Libri Books Bücher

From 29 April 2006 to 30 July 2006


Curated by Chiara Oliveri Bertola

April 29 – July 30, 2006


As World Book Capital 2006 together with Rome, the city of Turin provides visitors the chance to reflect on the relationship between contemporary artists and books with the exhibition Libri Books Bücher at the Castello di Rivoli.


An artist’s book is a special kind of art object. Far from being a simple repository of information, or a medium used solely to vehicle and document the work of an artist, an artist’s book is a creation in its own right: a place of autonomous experience which, by ranscending the limitations imposed on it by the page and removing the barriers between form and content, is able to transform itself into a true work of art. The exhibition Libri Books Bücher, one of a series of events organized by Turin as World Book Capital 2006, aims to provide an insight into the artist’s book.

The history of the book as a medium for artistic creation has its roots in the avant-garde movements of the early twentieth century, with the experiments of Dada and the Futurists. Up until this point, artists who collaborated on books in the nineteenth century did so purely in the role of illustrators; such projects were for the most part published as limited editions, and conceived with the aim of producing an object that was exclusive and prestigious. These early collaborations between artists, poets and writers were followed just a few years later by the first books made by avant-garde artists. They differed substantially, however, from the earlier examples, because of the conceptual way they were created. Avant-garde artists adopted a more self-referential stance, and the book became a conduit for the expression of their ideas and sensibilities. It was also easier to distribute than traditional artworks and relatively inexpensive, making it one of the artists’ preferred means of communicating their vision. Running parallel to these experimental projects, the birth and development of visual poetry in the twentieth century also played a fundamental role. As a literary form it was closely connected to the visual world, focusing its attention as much on the aesthetic and concrete aspects of words as on their content. It thus identified further relationships between visual and written communication, creating a link with artists and highlighting once again the experimental way in which the word and graphics were used in relation to the page during that period.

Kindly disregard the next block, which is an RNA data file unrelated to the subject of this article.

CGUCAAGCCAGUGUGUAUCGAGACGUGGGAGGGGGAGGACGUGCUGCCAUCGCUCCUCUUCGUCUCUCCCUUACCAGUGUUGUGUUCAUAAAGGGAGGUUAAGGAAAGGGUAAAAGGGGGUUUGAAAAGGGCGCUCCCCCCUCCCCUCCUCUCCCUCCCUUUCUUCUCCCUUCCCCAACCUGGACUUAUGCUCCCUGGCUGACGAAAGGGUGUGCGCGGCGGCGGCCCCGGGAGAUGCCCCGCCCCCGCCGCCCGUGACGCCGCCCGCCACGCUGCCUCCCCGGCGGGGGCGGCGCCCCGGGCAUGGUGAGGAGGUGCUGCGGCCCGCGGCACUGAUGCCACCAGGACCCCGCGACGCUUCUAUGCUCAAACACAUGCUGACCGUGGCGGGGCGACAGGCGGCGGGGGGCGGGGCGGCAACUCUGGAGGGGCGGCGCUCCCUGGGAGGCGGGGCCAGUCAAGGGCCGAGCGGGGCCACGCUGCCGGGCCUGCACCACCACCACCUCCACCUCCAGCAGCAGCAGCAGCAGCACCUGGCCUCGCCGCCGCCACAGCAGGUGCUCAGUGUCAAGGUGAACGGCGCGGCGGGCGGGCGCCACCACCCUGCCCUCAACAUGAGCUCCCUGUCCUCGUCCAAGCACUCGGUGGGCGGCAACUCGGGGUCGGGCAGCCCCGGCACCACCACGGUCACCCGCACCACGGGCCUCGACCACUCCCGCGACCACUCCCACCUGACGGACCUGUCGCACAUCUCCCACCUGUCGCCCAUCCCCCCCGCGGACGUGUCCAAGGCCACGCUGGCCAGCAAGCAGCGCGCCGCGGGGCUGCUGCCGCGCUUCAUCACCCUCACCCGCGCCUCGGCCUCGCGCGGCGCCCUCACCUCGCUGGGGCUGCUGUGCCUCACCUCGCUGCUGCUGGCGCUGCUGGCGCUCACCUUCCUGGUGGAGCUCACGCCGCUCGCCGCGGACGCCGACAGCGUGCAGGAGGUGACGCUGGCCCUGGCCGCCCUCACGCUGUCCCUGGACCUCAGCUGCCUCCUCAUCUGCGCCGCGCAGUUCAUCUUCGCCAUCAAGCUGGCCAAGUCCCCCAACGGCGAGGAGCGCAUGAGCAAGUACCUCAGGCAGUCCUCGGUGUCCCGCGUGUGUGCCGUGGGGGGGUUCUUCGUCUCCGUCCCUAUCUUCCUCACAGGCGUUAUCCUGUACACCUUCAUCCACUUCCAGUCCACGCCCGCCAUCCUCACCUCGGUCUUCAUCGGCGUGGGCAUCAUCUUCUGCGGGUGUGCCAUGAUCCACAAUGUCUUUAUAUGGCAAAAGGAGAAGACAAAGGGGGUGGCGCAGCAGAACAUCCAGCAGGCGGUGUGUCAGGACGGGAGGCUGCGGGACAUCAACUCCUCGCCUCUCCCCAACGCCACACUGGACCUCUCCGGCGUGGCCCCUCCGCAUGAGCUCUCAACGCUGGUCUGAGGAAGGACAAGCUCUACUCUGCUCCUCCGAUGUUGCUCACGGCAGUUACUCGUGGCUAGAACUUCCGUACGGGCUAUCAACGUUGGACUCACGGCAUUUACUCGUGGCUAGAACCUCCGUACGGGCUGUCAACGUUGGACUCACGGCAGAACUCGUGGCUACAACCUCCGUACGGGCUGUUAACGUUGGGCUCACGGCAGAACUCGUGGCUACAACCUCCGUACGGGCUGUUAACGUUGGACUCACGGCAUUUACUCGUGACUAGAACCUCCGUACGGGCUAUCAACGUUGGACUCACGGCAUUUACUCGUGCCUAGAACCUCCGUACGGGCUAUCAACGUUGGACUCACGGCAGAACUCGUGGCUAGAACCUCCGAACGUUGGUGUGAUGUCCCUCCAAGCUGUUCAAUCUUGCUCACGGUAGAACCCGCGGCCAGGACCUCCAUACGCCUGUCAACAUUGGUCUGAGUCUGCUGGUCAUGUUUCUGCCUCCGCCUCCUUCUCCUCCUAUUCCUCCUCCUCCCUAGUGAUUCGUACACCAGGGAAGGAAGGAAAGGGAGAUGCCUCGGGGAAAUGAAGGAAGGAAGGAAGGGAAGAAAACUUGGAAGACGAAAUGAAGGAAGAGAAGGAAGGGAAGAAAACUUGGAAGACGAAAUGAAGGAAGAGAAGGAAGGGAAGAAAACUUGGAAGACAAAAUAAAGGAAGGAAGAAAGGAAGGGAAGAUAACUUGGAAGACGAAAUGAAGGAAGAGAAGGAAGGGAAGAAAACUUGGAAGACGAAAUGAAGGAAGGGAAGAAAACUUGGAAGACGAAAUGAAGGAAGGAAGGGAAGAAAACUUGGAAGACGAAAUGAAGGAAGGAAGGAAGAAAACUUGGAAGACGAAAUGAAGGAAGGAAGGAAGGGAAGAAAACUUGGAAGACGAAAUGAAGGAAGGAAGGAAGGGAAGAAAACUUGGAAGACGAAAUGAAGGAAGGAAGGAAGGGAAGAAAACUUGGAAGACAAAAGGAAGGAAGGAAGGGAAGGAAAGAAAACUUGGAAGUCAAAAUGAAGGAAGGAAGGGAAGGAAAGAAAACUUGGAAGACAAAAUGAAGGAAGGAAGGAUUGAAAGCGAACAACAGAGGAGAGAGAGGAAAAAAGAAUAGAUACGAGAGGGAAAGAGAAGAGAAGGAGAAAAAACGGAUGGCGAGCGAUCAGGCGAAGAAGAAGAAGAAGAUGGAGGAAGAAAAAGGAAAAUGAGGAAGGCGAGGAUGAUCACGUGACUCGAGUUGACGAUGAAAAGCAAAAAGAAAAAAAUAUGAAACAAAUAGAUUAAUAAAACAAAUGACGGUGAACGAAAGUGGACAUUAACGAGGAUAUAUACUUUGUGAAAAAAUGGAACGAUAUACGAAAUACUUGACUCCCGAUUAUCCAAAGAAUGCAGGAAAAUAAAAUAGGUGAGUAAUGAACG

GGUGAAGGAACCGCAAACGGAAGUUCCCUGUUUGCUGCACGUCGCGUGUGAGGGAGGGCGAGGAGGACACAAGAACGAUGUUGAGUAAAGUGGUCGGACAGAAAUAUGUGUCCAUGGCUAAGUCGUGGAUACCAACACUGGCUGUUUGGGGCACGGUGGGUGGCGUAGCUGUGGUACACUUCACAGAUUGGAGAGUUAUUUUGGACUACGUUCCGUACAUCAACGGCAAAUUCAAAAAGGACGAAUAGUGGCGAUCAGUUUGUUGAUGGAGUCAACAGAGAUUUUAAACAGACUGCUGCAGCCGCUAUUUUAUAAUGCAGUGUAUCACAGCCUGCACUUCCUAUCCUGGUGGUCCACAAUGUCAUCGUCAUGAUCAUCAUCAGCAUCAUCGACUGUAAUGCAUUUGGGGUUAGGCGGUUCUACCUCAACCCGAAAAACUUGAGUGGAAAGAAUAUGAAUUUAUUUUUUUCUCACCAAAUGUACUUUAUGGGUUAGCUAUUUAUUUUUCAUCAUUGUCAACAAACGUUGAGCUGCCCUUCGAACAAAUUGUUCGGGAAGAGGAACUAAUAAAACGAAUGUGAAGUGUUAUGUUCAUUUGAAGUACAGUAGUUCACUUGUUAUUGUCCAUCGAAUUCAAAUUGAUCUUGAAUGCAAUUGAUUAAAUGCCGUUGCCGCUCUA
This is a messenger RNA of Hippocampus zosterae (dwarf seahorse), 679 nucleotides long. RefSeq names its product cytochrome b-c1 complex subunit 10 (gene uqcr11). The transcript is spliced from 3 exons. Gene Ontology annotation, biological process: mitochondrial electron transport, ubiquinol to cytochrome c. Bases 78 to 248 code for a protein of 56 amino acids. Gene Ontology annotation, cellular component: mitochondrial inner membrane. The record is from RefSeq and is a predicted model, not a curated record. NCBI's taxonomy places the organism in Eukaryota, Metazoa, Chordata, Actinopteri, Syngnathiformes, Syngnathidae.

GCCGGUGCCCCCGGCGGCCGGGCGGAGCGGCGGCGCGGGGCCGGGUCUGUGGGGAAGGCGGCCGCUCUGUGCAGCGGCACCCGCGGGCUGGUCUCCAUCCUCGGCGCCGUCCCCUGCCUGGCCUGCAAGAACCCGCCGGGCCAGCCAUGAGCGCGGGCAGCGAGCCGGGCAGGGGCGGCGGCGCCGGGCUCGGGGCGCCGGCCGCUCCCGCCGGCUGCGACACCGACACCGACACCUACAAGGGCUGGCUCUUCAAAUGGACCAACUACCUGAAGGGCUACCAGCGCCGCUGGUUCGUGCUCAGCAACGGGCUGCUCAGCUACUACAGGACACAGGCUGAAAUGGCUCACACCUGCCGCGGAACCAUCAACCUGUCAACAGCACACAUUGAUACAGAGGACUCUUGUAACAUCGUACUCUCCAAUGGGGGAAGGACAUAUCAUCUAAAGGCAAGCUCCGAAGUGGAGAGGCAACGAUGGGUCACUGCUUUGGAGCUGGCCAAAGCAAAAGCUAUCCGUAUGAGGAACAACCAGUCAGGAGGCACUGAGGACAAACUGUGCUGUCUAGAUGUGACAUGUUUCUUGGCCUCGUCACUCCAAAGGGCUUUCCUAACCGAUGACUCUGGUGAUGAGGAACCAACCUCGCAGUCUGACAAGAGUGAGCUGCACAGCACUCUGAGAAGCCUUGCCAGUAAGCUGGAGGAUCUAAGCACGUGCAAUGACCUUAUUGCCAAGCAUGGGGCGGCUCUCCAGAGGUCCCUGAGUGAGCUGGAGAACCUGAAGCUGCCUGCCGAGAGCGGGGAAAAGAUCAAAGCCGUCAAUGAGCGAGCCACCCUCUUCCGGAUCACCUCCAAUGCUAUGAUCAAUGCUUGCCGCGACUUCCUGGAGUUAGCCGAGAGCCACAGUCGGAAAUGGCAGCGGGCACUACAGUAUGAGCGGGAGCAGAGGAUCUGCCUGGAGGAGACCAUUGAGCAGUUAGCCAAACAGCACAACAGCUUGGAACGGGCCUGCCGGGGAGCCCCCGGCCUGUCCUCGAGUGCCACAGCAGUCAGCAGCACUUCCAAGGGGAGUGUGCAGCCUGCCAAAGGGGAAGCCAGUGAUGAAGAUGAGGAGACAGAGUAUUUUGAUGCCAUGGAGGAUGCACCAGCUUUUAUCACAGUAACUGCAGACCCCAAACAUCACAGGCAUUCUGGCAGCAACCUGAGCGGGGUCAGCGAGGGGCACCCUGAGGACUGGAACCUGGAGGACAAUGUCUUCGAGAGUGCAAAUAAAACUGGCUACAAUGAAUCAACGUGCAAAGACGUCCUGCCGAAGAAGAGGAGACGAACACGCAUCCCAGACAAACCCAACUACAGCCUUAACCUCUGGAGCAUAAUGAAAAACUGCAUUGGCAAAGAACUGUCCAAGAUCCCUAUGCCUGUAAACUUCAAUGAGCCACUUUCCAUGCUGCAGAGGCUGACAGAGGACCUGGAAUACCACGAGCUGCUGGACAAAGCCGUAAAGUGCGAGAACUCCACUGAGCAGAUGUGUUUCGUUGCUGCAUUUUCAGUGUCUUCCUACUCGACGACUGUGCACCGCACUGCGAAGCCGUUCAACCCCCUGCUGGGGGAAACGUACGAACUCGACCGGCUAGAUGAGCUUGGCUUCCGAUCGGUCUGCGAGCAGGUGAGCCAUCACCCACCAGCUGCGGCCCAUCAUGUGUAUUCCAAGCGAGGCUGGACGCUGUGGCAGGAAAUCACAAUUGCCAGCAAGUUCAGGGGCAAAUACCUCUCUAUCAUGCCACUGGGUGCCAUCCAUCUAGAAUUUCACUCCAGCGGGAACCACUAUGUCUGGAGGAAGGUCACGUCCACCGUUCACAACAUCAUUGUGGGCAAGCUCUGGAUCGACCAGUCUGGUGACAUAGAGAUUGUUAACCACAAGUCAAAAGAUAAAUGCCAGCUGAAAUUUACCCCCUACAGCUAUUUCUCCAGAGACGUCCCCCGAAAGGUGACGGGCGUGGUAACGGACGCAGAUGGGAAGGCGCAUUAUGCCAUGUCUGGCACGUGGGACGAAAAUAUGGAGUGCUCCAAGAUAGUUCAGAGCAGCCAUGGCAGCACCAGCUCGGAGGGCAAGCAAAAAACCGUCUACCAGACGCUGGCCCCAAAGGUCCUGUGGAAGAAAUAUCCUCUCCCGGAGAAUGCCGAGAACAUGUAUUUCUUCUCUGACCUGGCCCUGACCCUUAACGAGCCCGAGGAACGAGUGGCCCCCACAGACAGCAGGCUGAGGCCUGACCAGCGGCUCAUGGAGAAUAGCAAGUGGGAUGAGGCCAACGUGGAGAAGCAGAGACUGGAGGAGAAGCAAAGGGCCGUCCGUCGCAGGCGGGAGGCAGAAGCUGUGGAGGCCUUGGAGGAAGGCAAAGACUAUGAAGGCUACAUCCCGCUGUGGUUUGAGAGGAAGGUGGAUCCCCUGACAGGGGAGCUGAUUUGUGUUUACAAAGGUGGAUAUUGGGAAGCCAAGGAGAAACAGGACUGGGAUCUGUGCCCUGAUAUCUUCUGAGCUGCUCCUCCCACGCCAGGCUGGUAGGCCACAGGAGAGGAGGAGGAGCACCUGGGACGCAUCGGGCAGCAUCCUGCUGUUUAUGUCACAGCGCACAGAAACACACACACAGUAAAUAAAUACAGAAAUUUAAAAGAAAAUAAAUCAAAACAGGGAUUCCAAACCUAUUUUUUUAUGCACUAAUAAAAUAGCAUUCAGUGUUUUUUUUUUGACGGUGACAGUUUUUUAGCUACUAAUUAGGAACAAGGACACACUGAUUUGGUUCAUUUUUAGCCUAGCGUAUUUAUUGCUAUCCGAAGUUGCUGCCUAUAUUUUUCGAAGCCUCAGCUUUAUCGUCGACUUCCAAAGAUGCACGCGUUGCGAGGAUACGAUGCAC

After a period of lesser interest, the artist’s book enjoyed a renaissance during the Sixties, thanks in particular to the conceptual artists. Twentysix Gasoline Stations by Ed Ruscha (1963) is considered to be one of the first examples of the new type of aesthetic work. Ruscha’s book, with its twenty-six images of gas stations published without any form of explanatory text or critical content is far from a simple photography book, and can be defined as a work of art in book form. Other conceptual artists were also united by a common interest in the conceptual investigation of the relationship between form and content, and a fascination with the connection between the meaning of an artwork and the mode of communication of its language: for them, the written word was a means of visual expression, and the book became an extension of this, a preferred medium through which they could communicate their message.


It would be hard to explore the entire history of the artist’s book in one single exhibition, so we have chosen a more subjective approach, inviting several artists who have exhibited at the museum to conceive artistic displays which help to illustrate their relationship with the book.